AWS Service Catalog enables organizations to create and manage catalogs of IT services that are approved for AWS.
These IT services can include everything from virtual machine images, servers, software, and databases to complete multi-tier application architectures.
AWS Service Catalog allows organizations to centrally manage commonly deployed IT services, and helps organizations achieve consistent governance and meet compliance requirements.
End users can quickly deploy only the approved IT services they need, following the constraints set by your organization.
AWS Service Catalog supports the following types of users:
- Catalog administrators (administrators) – Manage a catalog of products (applications and services), organizing them into portfolios and granting access to end users. Catalog administrators prepare AWS CloudFormation templates, configure constraints, and manage IAM roles that are assigned to products to provide for advanced resource management.
- End users – Receive AWS credentials from their IT department or manager and use the AWS Management Console to launch products to which they have been granted access.
- A product is an IT service that you want to make available for deployment on AWS.
- A product consists of one or more AWS resources, such as EC2 instances, storage volumes, databases, monitoring configurations, and networking components, or packaged AWS Marketplace products.
- AWS CloudFormation templates define the AWS resources required for the product, the relationships between resources, and the parameters that end users can plug in when they launch the product to configure security groups, create key pairs, and perform other customizations.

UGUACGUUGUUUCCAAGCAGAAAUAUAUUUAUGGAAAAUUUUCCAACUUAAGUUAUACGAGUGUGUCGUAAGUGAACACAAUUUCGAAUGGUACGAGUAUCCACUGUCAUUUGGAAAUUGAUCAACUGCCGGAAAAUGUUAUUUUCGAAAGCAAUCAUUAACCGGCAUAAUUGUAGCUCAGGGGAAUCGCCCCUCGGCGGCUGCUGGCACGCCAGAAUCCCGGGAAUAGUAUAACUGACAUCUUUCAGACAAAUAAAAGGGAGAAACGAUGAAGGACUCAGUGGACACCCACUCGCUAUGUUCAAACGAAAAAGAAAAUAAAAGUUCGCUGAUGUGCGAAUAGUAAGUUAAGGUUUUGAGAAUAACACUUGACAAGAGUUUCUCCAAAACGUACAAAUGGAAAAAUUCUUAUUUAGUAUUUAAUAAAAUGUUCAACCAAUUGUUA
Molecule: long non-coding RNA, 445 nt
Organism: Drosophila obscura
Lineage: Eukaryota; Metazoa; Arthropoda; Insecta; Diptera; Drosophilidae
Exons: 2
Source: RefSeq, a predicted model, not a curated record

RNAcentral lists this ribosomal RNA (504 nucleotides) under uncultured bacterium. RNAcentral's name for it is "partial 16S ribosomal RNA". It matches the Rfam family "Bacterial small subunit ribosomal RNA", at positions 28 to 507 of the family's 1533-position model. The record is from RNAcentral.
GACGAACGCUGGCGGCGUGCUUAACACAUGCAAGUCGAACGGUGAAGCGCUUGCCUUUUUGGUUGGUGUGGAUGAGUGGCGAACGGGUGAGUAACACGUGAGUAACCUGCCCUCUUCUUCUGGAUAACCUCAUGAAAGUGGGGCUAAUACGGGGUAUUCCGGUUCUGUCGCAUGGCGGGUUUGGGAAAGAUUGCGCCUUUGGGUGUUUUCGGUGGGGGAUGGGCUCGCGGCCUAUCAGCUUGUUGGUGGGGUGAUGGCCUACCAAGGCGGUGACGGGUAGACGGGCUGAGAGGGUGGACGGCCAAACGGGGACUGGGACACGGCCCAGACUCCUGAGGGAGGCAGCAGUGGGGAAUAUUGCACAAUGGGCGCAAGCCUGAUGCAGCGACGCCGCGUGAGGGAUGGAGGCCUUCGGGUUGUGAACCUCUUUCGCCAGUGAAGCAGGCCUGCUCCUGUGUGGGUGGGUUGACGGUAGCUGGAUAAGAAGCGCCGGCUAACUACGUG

- A portfolio is a collection of products, together with configuration information.
- Portfolios help manage who can use specific products and how they can use them.
- With AWS Service Catalog, you can create a customized portfolio for each type of user in your organization and selectively grant access to the appropriate portfolio.
- When you add a new version of a product to a portfolio, that version is automatically available to all current users.
- You also can share your portfolios with other AWS accounts and allow the administrator of those accounts to distribute your portfolios with additional constraints, such as limiting which EC2 instances a user can create.
- Through the use of portfolios, permissions, sharing, and constraints, you can ensure that users are launching products that are configured properly for the organization’s needs and standards.
- AWS Service Catalog allows you to manage multiple versions of the products in your catalog.
- This allows you to add new versions of templates and associated resources based on software updates or configuration changes.
- When you create a new version of a product, the update is automatically distributed to all users who have access to the product, allowing the user to select which version of the product to use.
- Granting a user access to a portfolio enables that user to browse the portfolio and launch the products in it.
- You apply AWS Identity and Access Management (IAM) permissions to control who can view and modify your catalog. IAM permissions can be assigned to IAM users, groups, and roles.
- When a user launches a product that has an IAM role assigned to it, AWS Service Catalog uses the role to launch the product’s cloud resources using AWS CloudFormation.